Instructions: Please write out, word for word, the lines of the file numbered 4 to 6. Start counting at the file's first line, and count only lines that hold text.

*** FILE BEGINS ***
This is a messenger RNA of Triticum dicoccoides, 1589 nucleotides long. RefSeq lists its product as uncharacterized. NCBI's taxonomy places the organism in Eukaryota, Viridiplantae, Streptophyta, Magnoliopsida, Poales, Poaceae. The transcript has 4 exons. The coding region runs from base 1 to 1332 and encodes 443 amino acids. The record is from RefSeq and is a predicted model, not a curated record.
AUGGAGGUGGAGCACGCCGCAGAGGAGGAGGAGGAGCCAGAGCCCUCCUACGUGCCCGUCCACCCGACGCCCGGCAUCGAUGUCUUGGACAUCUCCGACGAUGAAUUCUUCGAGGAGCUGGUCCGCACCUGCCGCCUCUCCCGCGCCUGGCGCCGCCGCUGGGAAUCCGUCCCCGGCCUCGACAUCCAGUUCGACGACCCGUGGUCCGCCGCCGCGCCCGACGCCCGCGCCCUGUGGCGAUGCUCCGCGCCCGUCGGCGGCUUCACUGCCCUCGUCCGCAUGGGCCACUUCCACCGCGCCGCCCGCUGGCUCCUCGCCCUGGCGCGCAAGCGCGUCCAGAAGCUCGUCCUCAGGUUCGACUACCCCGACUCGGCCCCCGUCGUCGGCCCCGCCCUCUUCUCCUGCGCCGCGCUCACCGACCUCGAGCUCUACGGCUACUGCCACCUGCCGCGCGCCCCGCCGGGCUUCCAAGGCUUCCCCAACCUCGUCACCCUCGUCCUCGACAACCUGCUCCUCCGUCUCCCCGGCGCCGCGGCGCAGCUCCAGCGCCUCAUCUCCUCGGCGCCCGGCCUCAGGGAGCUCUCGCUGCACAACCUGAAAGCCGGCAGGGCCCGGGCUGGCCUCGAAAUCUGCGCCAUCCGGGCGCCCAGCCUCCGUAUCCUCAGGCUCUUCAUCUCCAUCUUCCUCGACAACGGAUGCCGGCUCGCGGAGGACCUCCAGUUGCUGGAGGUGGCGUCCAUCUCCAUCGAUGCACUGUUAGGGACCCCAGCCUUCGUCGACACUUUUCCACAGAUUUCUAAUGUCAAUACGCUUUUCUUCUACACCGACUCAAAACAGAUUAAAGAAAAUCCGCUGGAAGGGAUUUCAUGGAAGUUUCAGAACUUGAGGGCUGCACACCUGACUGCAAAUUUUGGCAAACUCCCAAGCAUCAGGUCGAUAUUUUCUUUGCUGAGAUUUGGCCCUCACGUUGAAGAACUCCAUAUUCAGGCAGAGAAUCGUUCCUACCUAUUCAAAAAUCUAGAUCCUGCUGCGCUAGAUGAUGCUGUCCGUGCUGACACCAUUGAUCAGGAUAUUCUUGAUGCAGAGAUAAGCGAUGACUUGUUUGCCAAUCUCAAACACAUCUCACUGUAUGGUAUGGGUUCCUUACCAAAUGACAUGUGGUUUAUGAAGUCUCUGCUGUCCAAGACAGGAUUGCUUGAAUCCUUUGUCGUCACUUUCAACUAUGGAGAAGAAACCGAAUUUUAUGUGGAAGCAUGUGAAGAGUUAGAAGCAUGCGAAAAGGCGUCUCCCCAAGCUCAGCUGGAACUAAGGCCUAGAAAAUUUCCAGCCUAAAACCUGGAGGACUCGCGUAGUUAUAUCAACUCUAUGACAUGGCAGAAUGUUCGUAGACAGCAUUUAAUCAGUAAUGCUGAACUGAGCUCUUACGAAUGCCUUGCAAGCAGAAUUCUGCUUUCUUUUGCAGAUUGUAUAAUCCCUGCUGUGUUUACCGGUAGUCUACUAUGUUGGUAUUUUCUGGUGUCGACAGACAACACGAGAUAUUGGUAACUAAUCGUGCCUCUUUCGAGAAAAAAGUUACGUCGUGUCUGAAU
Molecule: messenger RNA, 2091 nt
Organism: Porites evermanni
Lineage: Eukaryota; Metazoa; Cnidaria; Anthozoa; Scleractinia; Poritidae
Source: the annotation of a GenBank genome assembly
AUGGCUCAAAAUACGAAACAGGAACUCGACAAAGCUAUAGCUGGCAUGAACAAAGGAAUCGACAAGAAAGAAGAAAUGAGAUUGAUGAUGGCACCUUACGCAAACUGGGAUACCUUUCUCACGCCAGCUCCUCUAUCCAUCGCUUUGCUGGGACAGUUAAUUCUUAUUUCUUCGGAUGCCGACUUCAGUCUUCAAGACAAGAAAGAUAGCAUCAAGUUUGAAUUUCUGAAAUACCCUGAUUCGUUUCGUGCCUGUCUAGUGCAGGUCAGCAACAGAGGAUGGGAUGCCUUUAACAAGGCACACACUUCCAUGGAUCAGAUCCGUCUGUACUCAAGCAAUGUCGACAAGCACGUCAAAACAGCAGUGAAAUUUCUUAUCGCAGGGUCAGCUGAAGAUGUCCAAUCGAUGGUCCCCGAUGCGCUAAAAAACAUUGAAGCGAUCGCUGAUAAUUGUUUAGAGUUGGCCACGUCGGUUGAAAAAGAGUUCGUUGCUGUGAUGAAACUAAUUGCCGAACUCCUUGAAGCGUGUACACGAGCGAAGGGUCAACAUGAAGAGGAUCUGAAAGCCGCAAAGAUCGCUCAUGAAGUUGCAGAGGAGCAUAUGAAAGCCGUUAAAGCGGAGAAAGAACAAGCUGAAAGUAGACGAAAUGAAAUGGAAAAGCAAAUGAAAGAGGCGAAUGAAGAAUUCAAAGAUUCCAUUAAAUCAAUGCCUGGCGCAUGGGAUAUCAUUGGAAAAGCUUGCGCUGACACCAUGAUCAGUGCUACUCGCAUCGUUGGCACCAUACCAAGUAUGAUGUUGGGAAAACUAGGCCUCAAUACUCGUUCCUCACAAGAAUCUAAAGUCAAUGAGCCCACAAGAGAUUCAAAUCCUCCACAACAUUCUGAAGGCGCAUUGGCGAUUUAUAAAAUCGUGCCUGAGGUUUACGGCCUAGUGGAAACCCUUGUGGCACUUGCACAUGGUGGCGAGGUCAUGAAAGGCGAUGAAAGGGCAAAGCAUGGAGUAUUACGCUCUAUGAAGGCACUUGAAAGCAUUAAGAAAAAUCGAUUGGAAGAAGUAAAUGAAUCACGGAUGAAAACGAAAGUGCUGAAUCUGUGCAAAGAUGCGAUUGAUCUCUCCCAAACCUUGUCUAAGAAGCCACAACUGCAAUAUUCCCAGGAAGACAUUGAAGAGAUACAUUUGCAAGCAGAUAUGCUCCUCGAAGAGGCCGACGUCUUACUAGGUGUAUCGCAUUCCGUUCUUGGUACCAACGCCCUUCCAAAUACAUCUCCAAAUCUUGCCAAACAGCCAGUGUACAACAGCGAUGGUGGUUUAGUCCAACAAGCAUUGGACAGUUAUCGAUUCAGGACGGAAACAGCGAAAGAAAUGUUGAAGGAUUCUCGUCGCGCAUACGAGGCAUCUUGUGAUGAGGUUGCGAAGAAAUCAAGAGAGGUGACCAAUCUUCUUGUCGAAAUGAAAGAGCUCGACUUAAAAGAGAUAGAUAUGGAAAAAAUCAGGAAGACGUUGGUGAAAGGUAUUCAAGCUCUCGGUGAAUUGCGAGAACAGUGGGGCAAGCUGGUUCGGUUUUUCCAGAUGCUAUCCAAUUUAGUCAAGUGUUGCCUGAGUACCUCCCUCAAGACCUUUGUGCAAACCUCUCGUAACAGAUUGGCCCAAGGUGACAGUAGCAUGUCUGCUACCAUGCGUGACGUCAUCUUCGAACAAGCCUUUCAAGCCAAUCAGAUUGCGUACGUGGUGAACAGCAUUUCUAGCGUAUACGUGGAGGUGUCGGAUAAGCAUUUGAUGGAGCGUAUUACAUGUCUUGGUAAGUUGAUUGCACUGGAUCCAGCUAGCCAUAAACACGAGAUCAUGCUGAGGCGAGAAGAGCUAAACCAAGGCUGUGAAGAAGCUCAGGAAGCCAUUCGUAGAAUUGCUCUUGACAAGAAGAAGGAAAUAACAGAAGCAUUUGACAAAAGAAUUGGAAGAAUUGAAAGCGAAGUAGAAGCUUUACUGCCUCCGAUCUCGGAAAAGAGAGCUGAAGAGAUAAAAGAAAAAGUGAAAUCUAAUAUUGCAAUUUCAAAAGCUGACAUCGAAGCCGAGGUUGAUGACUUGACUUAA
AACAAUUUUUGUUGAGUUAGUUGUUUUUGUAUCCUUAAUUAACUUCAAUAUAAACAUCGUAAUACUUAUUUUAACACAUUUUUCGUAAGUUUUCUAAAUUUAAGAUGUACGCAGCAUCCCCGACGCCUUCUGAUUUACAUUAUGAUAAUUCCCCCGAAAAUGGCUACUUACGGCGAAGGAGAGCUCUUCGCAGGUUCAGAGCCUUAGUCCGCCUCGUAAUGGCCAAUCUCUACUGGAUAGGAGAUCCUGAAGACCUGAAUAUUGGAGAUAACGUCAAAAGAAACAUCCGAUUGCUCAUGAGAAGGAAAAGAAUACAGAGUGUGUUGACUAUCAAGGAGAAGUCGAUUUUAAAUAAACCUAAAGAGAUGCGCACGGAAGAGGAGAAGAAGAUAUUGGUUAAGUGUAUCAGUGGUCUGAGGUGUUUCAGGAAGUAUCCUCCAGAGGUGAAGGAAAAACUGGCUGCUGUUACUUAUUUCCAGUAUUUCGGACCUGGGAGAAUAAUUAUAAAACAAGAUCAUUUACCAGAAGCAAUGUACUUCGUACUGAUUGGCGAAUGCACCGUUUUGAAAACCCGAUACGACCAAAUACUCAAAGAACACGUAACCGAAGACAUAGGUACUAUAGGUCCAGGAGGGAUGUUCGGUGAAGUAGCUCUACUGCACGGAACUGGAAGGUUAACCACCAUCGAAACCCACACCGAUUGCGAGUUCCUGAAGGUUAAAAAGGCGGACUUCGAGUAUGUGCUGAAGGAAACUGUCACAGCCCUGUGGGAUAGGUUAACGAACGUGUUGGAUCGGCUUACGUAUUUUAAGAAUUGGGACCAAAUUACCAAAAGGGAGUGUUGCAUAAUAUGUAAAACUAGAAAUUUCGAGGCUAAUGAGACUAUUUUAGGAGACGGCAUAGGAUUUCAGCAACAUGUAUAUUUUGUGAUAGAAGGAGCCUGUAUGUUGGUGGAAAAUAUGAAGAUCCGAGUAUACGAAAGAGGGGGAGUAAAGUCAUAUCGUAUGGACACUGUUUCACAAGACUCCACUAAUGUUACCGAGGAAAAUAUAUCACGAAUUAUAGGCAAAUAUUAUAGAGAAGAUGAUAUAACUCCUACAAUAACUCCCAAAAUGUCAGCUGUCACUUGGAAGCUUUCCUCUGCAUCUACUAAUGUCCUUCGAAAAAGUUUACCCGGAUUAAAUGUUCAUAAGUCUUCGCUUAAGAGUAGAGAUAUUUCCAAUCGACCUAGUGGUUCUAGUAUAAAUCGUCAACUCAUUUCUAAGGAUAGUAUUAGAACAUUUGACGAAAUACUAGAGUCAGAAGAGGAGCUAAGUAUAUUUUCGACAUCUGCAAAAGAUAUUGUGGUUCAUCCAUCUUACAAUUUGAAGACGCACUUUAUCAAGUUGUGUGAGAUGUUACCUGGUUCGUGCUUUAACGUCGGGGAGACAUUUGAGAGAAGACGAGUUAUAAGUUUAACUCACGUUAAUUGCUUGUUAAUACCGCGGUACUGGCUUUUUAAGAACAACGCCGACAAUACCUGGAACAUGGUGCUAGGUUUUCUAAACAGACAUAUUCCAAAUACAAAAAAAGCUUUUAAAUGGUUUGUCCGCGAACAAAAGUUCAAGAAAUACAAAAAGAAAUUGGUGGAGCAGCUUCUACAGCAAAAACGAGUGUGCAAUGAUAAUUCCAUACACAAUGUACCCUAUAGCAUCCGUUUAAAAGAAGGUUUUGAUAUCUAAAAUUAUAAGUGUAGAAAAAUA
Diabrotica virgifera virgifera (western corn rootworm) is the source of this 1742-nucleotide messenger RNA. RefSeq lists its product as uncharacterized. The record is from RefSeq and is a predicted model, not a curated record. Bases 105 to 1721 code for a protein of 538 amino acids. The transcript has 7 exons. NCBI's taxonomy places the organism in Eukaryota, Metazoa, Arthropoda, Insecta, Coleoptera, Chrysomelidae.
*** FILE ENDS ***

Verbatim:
Organism: Porites evermanni
Lineage: Eukaryota; Metazoa; Cnidaria; Anthozoa; Scleractinia; Poritidae
Source: the annotation of a GenBank genome assembly